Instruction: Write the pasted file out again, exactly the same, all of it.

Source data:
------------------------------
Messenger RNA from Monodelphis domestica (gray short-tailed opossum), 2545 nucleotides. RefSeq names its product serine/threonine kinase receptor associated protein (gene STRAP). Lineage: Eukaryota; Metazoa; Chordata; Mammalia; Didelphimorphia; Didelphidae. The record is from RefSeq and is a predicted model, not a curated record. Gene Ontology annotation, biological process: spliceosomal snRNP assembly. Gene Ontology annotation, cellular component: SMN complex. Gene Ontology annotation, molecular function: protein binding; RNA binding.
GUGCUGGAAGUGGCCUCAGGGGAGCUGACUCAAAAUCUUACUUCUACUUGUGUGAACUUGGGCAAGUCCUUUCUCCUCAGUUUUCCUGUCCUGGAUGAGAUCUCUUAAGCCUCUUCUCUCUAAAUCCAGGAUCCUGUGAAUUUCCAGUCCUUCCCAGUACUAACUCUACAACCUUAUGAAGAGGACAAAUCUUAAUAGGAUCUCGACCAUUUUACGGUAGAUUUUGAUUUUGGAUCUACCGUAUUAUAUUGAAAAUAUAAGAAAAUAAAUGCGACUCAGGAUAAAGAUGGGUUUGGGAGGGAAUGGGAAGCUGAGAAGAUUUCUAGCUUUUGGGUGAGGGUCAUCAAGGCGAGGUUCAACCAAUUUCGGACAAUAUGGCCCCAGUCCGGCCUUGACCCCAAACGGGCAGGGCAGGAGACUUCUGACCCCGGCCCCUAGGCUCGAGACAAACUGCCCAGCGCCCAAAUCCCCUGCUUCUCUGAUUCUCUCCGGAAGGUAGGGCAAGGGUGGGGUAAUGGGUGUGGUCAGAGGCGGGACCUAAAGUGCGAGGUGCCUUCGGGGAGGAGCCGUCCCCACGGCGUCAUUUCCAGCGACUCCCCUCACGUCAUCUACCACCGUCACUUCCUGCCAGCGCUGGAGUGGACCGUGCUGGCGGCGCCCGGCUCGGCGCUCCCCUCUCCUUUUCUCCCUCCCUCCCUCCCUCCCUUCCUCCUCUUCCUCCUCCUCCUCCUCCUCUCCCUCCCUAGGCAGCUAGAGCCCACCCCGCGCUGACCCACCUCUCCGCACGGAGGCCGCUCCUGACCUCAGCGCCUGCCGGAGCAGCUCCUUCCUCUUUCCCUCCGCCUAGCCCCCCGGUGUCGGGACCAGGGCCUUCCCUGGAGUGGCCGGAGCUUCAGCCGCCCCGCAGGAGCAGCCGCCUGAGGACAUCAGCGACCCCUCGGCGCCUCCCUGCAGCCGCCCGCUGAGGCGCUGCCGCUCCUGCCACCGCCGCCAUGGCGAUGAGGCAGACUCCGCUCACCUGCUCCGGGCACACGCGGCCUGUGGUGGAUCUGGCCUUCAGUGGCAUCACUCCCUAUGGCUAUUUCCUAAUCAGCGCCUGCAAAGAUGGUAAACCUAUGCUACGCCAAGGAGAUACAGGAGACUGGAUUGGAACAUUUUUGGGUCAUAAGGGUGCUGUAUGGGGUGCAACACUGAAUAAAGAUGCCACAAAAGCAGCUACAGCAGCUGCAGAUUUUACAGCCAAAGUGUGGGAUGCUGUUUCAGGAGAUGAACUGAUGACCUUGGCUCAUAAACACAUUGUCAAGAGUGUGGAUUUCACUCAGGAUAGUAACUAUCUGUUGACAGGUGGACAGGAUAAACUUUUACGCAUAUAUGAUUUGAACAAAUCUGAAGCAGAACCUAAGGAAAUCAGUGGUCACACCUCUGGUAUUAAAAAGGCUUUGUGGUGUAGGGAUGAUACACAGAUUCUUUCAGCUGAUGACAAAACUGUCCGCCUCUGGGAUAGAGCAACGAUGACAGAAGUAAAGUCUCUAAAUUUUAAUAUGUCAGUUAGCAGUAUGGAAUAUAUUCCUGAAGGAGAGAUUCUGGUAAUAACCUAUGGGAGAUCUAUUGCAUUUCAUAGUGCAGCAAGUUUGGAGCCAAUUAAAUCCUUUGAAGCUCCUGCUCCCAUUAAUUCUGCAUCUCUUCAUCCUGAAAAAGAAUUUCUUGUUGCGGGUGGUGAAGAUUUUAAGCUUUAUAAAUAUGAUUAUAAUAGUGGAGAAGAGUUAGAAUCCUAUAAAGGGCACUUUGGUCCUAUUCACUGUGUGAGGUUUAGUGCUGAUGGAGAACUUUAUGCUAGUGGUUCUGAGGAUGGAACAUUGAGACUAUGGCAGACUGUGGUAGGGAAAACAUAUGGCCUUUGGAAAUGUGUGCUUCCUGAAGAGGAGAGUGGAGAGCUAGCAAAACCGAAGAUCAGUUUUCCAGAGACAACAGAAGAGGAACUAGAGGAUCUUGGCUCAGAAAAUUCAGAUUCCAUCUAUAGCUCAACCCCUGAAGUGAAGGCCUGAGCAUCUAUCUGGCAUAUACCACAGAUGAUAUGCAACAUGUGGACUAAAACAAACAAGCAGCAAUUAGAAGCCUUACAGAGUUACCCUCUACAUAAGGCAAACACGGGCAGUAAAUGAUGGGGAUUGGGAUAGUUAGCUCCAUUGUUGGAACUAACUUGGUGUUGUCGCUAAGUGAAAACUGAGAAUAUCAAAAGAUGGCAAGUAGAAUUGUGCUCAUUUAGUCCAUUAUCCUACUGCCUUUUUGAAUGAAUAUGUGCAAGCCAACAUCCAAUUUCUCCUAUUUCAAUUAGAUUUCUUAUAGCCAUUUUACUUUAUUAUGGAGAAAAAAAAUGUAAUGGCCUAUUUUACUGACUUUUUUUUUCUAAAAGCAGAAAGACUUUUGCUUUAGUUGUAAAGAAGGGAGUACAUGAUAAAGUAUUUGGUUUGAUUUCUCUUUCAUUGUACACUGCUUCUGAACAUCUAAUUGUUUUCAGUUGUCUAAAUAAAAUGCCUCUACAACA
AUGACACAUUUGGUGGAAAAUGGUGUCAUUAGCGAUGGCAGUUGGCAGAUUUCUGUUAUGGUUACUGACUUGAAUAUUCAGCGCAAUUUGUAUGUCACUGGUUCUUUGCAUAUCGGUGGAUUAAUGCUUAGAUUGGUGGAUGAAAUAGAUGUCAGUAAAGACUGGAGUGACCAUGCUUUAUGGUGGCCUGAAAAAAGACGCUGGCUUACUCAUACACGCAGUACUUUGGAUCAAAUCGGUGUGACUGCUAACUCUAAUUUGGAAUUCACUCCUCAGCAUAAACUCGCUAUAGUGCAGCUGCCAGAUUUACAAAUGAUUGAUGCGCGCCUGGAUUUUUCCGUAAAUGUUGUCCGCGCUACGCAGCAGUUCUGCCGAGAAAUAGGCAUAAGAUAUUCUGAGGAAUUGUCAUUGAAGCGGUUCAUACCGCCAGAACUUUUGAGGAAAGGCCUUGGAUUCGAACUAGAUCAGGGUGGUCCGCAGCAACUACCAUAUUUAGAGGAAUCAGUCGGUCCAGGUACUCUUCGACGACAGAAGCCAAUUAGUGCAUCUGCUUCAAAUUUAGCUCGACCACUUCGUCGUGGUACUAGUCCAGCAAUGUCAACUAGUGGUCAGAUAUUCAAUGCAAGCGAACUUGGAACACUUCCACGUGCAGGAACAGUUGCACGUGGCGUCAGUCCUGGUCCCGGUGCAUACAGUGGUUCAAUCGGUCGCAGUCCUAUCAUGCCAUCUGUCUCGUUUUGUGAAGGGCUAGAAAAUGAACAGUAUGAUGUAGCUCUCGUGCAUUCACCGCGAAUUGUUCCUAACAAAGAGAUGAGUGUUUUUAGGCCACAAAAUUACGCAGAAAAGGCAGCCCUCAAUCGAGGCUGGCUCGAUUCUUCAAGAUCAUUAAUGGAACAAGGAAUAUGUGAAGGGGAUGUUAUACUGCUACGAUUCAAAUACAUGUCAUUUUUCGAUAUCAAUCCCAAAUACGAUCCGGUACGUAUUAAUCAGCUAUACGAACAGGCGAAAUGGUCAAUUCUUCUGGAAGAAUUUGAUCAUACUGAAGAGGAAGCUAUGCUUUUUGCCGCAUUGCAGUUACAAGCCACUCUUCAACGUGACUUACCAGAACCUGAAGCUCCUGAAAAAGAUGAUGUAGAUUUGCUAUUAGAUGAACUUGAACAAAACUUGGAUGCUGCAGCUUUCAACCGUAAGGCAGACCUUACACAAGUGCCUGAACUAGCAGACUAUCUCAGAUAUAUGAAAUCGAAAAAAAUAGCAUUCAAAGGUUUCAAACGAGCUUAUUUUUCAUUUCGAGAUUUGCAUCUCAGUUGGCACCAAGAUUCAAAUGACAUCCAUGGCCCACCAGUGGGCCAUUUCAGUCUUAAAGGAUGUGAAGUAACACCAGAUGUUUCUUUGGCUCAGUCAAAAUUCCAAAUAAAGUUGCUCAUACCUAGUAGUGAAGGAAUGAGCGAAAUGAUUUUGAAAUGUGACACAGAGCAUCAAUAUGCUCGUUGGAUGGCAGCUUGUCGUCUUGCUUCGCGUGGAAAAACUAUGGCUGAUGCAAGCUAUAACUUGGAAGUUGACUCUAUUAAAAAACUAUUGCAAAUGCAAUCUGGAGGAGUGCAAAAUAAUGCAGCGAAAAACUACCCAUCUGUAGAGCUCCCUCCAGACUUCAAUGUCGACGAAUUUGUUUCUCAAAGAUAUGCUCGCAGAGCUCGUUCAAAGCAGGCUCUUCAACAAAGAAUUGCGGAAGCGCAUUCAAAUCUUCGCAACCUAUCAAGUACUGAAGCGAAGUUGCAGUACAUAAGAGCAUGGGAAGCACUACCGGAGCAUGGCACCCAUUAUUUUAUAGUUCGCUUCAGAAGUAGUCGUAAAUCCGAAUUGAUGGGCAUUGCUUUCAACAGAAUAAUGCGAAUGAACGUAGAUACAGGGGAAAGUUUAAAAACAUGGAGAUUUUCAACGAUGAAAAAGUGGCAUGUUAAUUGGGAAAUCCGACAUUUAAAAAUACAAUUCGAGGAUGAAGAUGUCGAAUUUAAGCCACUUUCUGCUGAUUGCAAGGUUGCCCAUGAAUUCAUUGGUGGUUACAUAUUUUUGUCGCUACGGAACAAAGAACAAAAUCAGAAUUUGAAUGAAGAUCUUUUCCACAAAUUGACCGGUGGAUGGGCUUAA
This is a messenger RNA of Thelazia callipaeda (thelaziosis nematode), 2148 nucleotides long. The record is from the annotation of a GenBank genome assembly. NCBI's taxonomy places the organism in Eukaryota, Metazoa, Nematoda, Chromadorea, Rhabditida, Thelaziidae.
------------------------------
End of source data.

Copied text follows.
Messenger RNA from Monodelphis domestica (gray short-tailed opossum), 2545 nucleotides. RefSeq names its product serine/threonine kinase receptor associated protein (gene STRAP). Lineage: Eukaryota; Metazoa; Chordata; Mammalia; Didelphimorphia; Didelphidae. The record is from RefSeq and is a predicted model, not a curated record. Gene Ontology annotation, biological process: spliceosomal snRNP assembly. Gene Ontology annotation, cellular component: SMN complex. Gene Ontology annotation, molecular function: protein binding; RNA binding.
GUGCUGGAAGUGGCCUCAGGGGAGCUGACUCAAAAUCUUACUUCUACUUGUGUGAACUUGGGCAAGUCCUUUCUCCUCAGUUUUCCUGUCCUGGAUGAGAUCUCUUAAGCCUCUUCUCUCUAAAUCCAGGAUCCUGUGAAUUUCCAGUCCUUCCCAGUACUAACUCUACAACCUUAUGAAGAGGACAAAUCUUAAUAGGAUCUCGACCAUUUUACGGUAGAUUUUGAUUUUGGAUCUACCGUAUUAUAUUGAAAAUAUAAGAAAAUAAAUGCGACUCAGGAUAAAGAUGGGUUUGGGAGGGAAUGGGAAGCUGAGAAGAUUUCUAGCUUUUGGGUGAGGGUCAUCAAGGCGAGGUUCAACCAAUUUCGGACAAUAUGGCCCCAGUCCGGCCUUGACCCCAAACGGGCAGGGCAGGAGACUUCUGACCCCGGCCCCUAGGCUCGAGACAAACUGCCCAGCGCCCAAAUCCCCUGCUUCUCUGAUUCUCUCCGGAAGGUAGGGCAAGGGUGGGGUAAUGGGUGUGGUCAGAGGCGGGACCUAAAGUGCGAGGUGCCUUCGGGGAGGAGCCGUCCCCACGGCGUCAUUUCCAGCGACUCCCCUCACGUCAUCUACCACCGUCACUUCCUGCCAGCGCUGGAGUGGACCGUGCUGGCGGCGCCCGGCUCGGCGCUCCCCUCUCCUUUUCUCCCUCCCUCCCUCCCUCCCUUCCUCCUCUUCCUCCUCCUCCUCCUCCUCUCCCUCCCUAGGCAGCUAGAGCCCACCCCGCGCUGACCCACCUCUCCGCACGGAGGCCGCUCCUGACCUCAGCGCCUGCCGGAGCAGCUCCUUCCUCUUUCCCUCCGCCUAGCCCCCCGGUGUCGGGACCAGGGCCUUCCCUGGAGUGGCCGGAGCUUCAGCCGCCCCGCAGGAGCAGCCGCCUGAGGACAUCAGCGACCCCUCGGCGCCUCCCUGCAGCCGCCCGCUGAGGCGCUGCCGCUCCUGCCACCGCCGCCAUGGCGAUGAGGCAGACUCCGCUCACCUGCUCCGGGCACACGCGGCCUGUGGUGGAUCUGGCCUUCAGUGGCAUCACUCCCUAUGGCUAUUUCCUAAUCAGCGCCUGCAAAGAUGGUAAACCUAUGCUACGCCAAGGAGAUACAGGAGACUGGAUUGGAACAUUUUUGGGUCAUAAGGGUGCUGUAUGGGGUGCAACACUGAAUAAAGAUGCCACAAAAGCAGCUACAGCAGCUGCAGAUUUUACAGCCAAAGUGUGGGAUGCUGUUUCAGGAGAUGAACUGAUGACCUUGGCUCAUAAACACAUUGUCAAGAGUGUGGAUUUCACUCAGGAUAGUAACUAUCUGUUGACAGGUGGACAGGAUAAACUUUUACGCAUAUAUGAUUUGAACAAAUCUGAAGCAGAACCUAAGGAAAUCAGUGGUCACACCUCUGGUAUUAAAAAGGCUUUGUGGUGUAGGGAUGAUACACAGAUUCUUUCAGCUGAUGACAAAACUGUCCGCCUCUGGGAUAGAGCAACGAUGACAGAAGUAAAGUCUCUAAAUUUUAAUAUGUCAGUUAGCAGUAUGGAAUAUAUUCCUGAAGGAGAGAUUCUGGUAAUAACCUAUGGGAGAUCUAUUGCAUUUCAUAGUGCAGCAAGUUUGGAGCCAAUUAAAUCCUUUGAAGCUCCUGCUCCCAUUAAUUCUGCAUCUCUUCAUCCUGAAAAAGAAUUUCUUGUUGCGGGUGGUGAAGAUUUUAAGCUUUAUAAAUAUGAUUAUAAUAGUGGAGAAGAGUUAGAAUCCUAUAAAGGGCACUUUGGUCCUAUUCACUGUGUGAGGUUUAGUGCUGAUGGAGAACUUUAUGCUAGUGGUUCUGAGGAUGGAACAUUGAGACUAUGGCAGACUGUGGUAGGGAAAACAUAUGGCCUUUGGAAAUGUGUGCUUCCUGAAGAGGAGAGUGGAGAGCUAGCAAAACCGAAGAUCAGUUUUCCAGAGACAACAGAAGAGGAACUAGAGGAUCUUGGCUCAGAAAAUUCAGAUUCCAUCUAUAGCUCAACCCCUGAAGUGAAGGCCUGAGCAUCUAUCUGGCAUAUACCACAGAUGAUAUGCAACAUGUGGACUAAAACAAACAAGCAGCAAUUAGAAGCCUUACAGAGUUACCCUCUACAUAAGGCAAACACGGGCAGUAAAUGAUGGGGAUUGGGAUAGUUAGCUCCAUUGUUGGAACUAACUUGGUGUUGUCGCUAAGUGAAAACUGAGAAUAUCAAAAGAUGGCAAGUAGAAUUGUGCUCAUUUAGUCCAUUAUCCUACUGCCUUUUUGAAUGAAUAUGUGCAAGCCAACAUCCAAUUUCUCCUAUUUCAAUUAGAUUUCUUAUAGCCAUUUUACUUUAUUAUGGAGAAAAAAAAUGUAAUGGCCUAUUUUACUGACUUUUUUUUUCUAAAAGCAGAAAGACUUUUGCUUUAGUUGUAAAGAAGGGAGUACAUGAUAAAGUAUUUGGUUUGAUUUCUCUUUCAUUGUACACUGCUUCUGAACAUCUAAUUGUUUUCAGUUGUCUAAAUAAAAUGCCUCUACAACA
AUGACACAUUUGGUGGAAAAUGGUGUCAUUAGCGAUGGCAGUUGGCAGAUUUCUGUUAUGGUUACUGACUUGAAUAUUCAGCGCAAUUUGUAUGUCACUGGUUCUUUGCAUAUCGGUGGAUUAAUGCUUAGAUUGGUGGAUGAAAUAGAUGUCAGUAAAGACUGGAGUGACCAUGCUUUAUGGUGGCCUGAAAAAAGACGCUGGCUUACUCAUACACGCAGUACUUUGGAUCAAAUCGGUGUGACUGCUAACUCUAAUUUGGAAUUCACUCCUCAGCAUAAACUCGCUAUAGUGCAGCUGCCAGAUUUACAAAUGAUUGAUGCGCGCCUGGAUUUUUCCGUAAAUGUUGUCCGCGCUACGCAGCAGUUCUGCCGAGAAAUAGGCAUAAGAUAUUCUGAGGAAUUGUCAUUGAAGCGGUUCAUACCGCCAGAACUUUUGAGGAAAGGCCUUGGAUUCGAACUAGAUCAGGGUGGUCCGCAGCAACUACCAUAUUUAGAGGAAUCAGUCGGUCCAGGUACUCUUCGACGACAGAAGCCAAUUAGUGCAUCUGCUUCAAAUUUAGCUCGACCACUUCGUCGUGGUACUAGUCCAGCAAUGUCAACUAGUGGUCAGAUAUUCAAUGCAAGCGAACUUGGAACACUUCCACGUGCAGGAACAGUUGCACGUGGCGUCAGUCCUGGUCCCGGUGCAUACAGUGGUUCAAUCGGUCGCAGUCCUAUCAUGCCAUCUGUCUCGUUUUGUGAAGGGCUAGAAAAUGAACAGUAUGAUGUAGCUCUCGUGCAUUCACCGCGAAUUGUUCCUAACAAAGAGAUGAGUGUUUUUAGGCCACAAAAUUACGCAGAAAAGGCAGCCCUCAAUCGAGGCUGGCUCGAUUCUUCAAGAUCAUUAAUGGAACAAGGAAUAUGUGAAGGGGAUGUUAUACUGCUACGAUUCAAAUACAUGUCAUUUUUCGAUAUCAAUCCCAAAUACGAUCCGGUACGUAUUAAUCAGCUAUACGAACAGGCGAAAUGGUCAAUUCUUCUGGAAGAAUUUGAUCAUACUGAAGAGGAAGCUAUGCUUUUUGCCGCAUUGCAGUUACAAGCCACUCUUCAACGUGACUUACCAGAACCUGAAGCUCCUGAAAAAGAUGAUGUAGAUUUGCUAUUAGAUGAACUUGAACAAAACUUGGAUGCUGCAGCUUUCAACCGUAAGGCAGACCUUACACAAGUGCCUGAACUAGCAGACUAUCUCAGAUAUAUGAAAUCGAAAAAAAUAGCAUUCAAAGGUUUCAAACGAGCUUAUUUUUCAUUUCGAGAUUUGCAUCUCAGUUGGCACCAAGAUUCAAAUGACAUCCAUGGCCCACCAGUGGGCCAUUUCAGUCUUAAAGGAUGUGAAGUAACACCAGAUGUUUCUUUGGCUCAGUCAAAAUUCCAAAUAAAGUUGCUCAUACCUAGUAGUGAAGGAAUGAGCGAAAUGAUUUUGAAAUGUGACACAGAGCAUCAAUAUGCUCGUUGGAUGGCAGCUUGUCGUCUUGCUUCGCGUGGAAAAACUAUGGCUGAUGCAAGCUAUAACUUGGAAGUUGACUCUAUUAAAAAACUAUUGCAAAUGCAAUCUGGAGGAGUGCAAAAUAAUGCAGCGAAAAACUACCCAUCUGUAGAGCUCCCUCCAGACUUCAAUGUCGACGAAUUUGUUUCUCAAAGAUAUGCUCGCAGAGCUCGUUCAAAGCAGGCUCUUCAACAAAGAAUUGCGGAAGCGCAUUCAAAUCUUCGCAACCUAUCAAGUACUGAAGCGAAGUUGCAGUACAUAAGAGCAUGGGAAGCACUACCGGAGCAUGGCACCCAUUAUUUUAUAGUUCGCUUCAGAAGUAGUCGUAAAUCCGAAUUGAUGGGCAUUGCUUUCAACAGAAUAAUGCGAAUGAACGUAGAUACAGGGGAAAGUUUAAAAACAUGGAGAUUUUCAACGAUGAAAAAGUGGCAUGUUAAUUGGGAAAUCCGACAUUUAAAAAUACAAUUCGAGGAUGAAGAUGUCGAAUUUAAGCCACUUUCUGCUGAUUGCAAGGUUGCCCAUGAAUUCAUUGGUGGUUACAUAUUUUUGUCGCUACGGAACAAAGAACAAAAUCAGAAUUUGAAUGAAGAUCUUUUCCACAAAUUGACCGGUGGAUGGGCUUAA
This is a messenger RNA of Thelazia callipaeda (thelaziosis nematode), 2148 nucleotides long. The record is from the annotation of a GenBank genome assembly. NCBI's taxonomy places the organism in Eukaryota, Metazoa, Nematoda, Chromadorea, Rhabditida, Thelaziidae.